(WJTV) — Students at the Forest Scott County Career and Technology Center are learning the skills they need to get a good job.
Now, thanks to a creative idea from a substitute teacher, they are also getting a thorough history lesson.
Long before Americans knew the meaning of farfegnugen, or even laid eyes on a Volkswagen Beetle, there was the Kubelwagen. The German Army used them as staff cars in World War II. A Kubelwagen has made its way to Scott County, and students are working to restore it.
Robert Laird is the substitute teacher who brought the car to school.
He says, It’s a 1942 Kubelwagen or bucket car, which is a German Army staff car from World War II. It’s the predecessor of the Volkswagen Thing. which was very popular in the 1970’s.
Timmy Fanguy is the Director of the Forest Scott County Career and Technology Center.
“Our students have been working on it, doing a little bit of the bodywork, a little bit of the engine and the electronics of it. The electrical system in it,” Fanguy said.
Working on the car also serves as a hands-on trip back in time.
“What it did, is that it gave them a chance to exercise their normal academic curriculum in welding, woodworking, and vehicle maintenance, but also look at the history behind the vehicle they were working on,” Laird said.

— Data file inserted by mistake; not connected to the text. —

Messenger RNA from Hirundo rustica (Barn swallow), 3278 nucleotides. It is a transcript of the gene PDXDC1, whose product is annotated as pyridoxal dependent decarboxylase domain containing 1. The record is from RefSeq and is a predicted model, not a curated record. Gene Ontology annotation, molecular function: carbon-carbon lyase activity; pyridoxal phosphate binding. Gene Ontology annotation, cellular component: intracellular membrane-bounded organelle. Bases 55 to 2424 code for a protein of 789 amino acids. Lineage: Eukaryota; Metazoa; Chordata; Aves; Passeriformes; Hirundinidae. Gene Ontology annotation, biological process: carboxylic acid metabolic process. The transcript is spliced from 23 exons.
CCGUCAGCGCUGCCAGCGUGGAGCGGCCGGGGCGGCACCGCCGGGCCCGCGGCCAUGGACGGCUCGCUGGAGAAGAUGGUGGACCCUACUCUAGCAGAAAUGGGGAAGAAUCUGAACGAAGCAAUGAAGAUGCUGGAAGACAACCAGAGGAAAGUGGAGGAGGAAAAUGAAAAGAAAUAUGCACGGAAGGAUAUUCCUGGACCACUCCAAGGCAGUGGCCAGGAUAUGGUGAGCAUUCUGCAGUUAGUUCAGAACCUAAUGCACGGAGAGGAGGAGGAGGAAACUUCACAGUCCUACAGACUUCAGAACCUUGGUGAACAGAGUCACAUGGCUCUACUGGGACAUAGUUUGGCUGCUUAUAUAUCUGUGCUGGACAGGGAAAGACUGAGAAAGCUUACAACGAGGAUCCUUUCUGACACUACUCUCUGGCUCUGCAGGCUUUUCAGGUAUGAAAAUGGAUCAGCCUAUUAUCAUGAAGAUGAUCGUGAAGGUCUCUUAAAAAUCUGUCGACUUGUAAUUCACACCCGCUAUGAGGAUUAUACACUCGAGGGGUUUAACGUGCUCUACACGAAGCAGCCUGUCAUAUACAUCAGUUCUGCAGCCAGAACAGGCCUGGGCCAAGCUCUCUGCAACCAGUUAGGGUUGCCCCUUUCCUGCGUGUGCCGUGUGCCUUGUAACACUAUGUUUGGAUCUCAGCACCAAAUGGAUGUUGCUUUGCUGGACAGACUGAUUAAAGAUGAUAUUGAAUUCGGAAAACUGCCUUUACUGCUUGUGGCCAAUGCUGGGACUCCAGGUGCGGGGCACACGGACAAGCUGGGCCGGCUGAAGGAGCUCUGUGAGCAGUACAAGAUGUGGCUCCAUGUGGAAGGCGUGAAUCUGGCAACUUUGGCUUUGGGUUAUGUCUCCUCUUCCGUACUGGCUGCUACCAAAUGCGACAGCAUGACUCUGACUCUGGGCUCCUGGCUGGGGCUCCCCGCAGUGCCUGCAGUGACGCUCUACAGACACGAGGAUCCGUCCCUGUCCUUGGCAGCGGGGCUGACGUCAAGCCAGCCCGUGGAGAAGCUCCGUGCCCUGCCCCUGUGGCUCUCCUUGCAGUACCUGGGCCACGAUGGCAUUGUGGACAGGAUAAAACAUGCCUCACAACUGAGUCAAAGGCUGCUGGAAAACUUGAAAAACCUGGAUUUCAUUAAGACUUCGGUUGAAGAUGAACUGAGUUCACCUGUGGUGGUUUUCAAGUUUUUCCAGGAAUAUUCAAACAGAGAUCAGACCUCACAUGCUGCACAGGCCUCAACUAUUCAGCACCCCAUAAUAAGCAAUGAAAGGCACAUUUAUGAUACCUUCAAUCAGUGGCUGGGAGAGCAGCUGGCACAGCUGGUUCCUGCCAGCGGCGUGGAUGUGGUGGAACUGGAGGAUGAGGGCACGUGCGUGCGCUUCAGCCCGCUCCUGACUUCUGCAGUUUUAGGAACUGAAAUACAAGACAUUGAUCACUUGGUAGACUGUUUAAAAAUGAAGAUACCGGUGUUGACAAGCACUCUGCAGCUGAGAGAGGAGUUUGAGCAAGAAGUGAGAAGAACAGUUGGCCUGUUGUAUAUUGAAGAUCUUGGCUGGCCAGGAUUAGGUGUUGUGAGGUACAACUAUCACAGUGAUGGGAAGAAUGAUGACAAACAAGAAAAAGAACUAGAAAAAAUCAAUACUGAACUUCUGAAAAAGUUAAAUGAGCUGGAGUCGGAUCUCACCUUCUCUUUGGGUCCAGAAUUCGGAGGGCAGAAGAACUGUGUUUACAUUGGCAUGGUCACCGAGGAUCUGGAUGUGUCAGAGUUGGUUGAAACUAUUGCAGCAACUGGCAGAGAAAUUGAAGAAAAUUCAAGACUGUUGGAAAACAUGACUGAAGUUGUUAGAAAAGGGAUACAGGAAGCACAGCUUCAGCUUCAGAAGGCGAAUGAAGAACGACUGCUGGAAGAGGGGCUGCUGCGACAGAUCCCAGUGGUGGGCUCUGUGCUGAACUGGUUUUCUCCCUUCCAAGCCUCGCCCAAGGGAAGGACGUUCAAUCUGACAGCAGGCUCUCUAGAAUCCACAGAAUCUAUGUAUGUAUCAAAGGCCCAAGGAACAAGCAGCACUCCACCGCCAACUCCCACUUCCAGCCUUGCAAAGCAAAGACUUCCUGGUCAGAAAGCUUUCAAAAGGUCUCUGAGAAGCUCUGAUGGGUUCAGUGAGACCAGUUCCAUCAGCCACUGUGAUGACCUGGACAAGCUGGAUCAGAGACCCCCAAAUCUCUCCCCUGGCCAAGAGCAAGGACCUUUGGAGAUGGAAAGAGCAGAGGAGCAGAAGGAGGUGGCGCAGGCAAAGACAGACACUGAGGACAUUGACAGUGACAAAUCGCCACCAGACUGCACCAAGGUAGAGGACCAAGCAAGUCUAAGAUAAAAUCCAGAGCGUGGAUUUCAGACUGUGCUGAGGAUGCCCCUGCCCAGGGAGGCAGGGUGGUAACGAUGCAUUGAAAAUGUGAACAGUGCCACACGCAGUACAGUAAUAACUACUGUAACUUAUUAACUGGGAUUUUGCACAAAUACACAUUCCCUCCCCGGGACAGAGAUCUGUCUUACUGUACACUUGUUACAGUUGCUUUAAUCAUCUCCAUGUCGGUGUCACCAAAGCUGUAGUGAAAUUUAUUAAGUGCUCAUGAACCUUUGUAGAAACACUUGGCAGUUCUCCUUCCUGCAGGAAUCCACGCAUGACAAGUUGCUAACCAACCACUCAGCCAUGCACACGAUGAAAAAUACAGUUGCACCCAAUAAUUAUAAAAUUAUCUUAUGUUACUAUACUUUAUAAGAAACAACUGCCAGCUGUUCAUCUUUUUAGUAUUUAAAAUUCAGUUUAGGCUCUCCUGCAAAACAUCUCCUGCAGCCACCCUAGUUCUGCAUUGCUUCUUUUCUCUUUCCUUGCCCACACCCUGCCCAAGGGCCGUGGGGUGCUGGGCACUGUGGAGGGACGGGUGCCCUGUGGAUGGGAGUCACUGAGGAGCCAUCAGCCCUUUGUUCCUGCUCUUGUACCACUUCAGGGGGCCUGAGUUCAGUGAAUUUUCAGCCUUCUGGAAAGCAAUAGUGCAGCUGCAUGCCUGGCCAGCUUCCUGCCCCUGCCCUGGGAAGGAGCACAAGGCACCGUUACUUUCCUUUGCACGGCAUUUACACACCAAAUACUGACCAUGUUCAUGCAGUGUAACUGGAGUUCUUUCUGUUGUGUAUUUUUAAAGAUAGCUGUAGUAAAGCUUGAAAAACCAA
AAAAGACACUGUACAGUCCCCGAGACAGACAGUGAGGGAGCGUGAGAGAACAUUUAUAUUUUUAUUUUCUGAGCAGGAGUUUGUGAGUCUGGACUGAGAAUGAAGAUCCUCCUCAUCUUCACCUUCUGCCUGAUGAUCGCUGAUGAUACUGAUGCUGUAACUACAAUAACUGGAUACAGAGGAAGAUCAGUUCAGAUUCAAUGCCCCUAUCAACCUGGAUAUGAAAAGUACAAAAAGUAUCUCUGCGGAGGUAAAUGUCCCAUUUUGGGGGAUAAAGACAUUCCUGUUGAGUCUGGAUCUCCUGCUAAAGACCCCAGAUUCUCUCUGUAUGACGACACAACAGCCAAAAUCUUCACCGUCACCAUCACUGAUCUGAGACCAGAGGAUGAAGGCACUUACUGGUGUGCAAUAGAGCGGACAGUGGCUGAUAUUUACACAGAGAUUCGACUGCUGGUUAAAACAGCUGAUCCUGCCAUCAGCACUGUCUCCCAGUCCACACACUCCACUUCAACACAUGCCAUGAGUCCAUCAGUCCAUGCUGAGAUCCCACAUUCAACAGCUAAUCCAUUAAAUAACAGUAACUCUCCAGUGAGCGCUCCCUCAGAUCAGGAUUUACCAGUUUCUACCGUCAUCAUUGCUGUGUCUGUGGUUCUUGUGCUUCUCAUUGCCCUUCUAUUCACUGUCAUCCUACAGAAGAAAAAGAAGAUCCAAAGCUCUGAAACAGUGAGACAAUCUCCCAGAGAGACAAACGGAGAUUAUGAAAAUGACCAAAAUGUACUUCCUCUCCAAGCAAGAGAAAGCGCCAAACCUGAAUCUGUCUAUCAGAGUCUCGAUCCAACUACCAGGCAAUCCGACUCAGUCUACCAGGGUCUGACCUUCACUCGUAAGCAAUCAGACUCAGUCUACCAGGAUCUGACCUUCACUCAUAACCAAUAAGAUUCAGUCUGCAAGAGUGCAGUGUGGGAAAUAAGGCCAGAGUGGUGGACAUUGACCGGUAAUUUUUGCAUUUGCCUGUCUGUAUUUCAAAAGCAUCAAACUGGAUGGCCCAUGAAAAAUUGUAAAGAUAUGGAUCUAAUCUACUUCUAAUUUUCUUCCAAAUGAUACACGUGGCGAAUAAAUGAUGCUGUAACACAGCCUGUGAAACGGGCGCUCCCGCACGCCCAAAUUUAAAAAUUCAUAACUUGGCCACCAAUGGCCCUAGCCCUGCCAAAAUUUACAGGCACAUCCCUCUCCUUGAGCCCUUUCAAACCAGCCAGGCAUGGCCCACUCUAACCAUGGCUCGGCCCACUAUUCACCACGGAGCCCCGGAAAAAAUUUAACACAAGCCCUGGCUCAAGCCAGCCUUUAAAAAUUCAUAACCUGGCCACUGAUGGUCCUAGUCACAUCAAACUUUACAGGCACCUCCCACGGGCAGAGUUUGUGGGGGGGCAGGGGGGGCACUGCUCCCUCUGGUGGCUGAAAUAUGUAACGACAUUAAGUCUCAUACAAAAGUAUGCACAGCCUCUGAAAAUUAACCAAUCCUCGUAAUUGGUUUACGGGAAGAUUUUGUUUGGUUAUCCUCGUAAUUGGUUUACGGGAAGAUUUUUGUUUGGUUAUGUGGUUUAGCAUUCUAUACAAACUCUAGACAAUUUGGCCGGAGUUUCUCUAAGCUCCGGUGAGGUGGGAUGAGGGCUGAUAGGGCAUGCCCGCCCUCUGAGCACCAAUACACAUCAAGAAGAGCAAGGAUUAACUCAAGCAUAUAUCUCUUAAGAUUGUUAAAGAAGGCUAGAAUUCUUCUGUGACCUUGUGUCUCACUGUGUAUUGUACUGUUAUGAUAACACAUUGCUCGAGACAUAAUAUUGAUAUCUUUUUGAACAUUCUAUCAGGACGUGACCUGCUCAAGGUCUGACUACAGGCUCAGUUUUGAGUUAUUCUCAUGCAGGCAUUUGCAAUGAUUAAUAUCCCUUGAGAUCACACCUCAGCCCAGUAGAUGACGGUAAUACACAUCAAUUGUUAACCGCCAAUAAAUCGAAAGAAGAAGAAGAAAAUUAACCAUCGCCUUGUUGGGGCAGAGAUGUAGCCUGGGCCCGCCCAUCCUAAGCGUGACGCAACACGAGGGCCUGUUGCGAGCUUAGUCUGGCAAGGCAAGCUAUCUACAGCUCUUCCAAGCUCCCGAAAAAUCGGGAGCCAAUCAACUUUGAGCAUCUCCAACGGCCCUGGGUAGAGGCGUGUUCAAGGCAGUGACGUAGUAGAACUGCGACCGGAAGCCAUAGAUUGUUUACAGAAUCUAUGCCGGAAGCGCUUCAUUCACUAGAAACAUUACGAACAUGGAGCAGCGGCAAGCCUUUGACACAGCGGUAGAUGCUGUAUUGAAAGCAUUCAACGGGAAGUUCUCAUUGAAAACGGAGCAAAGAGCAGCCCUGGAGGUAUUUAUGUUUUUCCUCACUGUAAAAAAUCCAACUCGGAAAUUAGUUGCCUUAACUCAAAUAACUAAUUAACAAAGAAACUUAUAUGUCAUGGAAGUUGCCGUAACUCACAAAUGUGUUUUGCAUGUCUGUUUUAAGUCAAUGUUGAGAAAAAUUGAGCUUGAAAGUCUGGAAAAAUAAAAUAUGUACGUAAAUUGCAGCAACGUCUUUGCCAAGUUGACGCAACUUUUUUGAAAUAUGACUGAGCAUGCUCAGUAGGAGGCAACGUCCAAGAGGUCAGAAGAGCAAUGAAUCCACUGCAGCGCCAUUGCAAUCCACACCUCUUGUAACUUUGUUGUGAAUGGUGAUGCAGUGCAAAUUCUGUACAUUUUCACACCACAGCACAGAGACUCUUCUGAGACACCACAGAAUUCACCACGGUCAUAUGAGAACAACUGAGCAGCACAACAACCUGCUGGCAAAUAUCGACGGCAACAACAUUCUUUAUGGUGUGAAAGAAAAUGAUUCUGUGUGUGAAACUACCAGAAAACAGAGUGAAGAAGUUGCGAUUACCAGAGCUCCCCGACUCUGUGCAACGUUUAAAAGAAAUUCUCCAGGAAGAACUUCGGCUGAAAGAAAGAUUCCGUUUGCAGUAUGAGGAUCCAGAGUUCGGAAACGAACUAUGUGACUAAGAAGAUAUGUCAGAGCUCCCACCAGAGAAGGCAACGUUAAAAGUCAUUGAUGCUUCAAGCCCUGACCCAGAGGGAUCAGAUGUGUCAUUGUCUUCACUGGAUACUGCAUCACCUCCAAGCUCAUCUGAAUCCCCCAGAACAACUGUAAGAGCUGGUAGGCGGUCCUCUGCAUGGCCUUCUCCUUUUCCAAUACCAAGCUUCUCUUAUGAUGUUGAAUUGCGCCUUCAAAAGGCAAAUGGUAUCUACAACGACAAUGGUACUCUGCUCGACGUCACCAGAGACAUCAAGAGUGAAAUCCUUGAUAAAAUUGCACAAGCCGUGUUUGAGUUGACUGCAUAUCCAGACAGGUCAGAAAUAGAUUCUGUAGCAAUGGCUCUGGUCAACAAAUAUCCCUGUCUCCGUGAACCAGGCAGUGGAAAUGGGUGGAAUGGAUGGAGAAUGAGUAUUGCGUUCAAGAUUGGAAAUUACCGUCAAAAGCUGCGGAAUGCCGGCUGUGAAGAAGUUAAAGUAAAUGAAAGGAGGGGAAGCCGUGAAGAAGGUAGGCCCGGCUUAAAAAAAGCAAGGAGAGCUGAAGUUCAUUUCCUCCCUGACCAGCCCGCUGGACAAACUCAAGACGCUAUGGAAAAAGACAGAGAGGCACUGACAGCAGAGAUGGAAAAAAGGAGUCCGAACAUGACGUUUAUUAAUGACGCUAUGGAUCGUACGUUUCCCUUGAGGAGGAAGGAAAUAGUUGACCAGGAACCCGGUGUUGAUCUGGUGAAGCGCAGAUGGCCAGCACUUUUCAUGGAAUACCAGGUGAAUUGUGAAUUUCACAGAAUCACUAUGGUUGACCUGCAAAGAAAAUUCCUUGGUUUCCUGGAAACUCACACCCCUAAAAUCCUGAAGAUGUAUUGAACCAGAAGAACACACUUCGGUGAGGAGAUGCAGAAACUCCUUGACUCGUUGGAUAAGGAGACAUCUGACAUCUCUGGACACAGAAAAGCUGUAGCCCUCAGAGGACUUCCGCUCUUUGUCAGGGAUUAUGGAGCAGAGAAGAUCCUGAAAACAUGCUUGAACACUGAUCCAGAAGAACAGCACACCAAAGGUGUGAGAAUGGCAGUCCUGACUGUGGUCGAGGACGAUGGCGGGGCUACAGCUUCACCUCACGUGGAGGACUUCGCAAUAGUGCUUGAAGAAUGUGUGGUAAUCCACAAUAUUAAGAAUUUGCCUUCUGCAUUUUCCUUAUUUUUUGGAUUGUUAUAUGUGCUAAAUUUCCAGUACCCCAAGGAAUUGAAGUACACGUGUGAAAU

” I just think it’s something exciting that the students can engage in,” said Fanguy. “They are liking it. They enjoy doing it, and it’s just a real good project for them to finish the year off with.”
Soon the Kubelwagen will feature the markings of the Afrika Corp 8th Panzer Regiment, which was incidentally, taken prison prisoner, and many of its soldiers were brought to Mississippi.
Then, what’s next for the Kubelwagen?
“We plan on using the vehicle as a living history demonstration and also for Holocaust presentations relating to the history of World War II,” said Laird.
The Kubelwagen should be ready to roll in time to take part in the Trail of Honor later this month.
The Kubelwagen has a top speed of 50 miles per hour. It is only two-wheel drive, but Laird says, its engineering makes it a very capable off road vehicle.
Laird bought the car from a church in San Antonio. It’s unclear how it was used in the war, but there are bullet holes on the skid plate underneath the Kubelwagen.